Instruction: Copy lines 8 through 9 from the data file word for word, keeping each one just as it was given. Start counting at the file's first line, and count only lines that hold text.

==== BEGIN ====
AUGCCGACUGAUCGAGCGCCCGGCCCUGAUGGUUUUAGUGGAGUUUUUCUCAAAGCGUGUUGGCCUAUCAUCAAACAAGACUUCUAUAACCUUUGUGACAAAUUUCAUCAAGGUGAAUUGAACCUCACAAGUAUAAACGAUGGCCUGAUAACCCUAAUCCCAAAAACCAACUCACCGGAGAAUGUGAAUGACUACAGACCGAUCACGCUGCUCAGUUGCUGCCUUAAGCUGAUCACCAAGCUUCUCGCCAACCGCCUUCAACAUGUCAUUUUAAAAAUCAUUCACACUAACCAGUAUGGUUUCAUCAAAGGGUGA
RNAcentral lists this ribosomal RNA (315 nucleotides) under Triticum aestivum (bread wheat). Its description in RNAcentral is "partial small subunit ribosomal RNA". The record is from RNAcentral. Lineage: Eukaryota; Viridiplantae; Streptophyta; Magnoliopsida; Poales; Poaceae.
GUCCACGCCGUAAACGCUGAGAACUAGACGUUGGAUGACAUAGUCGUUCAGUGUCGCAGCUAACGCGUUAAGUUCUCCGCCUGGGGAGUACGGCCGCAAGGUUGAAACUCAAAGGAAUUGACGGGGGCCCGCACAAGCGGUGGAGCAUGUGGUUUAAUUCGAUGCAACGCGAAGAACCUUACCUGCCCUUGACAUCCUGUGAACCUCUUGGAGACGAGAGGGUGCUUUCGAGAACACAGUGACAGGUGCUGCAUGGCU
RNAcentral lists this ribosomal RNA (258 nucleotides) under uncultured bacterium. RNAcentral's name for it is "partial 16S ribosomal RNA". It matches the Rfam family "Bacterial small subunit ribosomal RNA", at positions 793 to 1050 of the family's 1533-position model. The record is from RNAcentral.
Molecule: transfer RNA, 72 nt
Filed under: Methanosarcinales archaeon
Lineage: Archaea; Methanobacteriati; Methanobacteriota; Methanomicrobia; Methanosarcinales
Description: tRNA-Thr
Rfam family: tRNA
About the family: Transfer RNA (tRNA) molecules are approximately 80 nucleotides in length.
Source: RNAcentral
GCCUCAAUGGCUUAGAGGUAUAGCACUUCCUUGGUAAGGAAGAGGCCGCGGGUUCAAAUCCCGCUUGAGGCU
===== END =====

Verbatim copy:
Description: tRNA-Thr
Rfam family: tRNA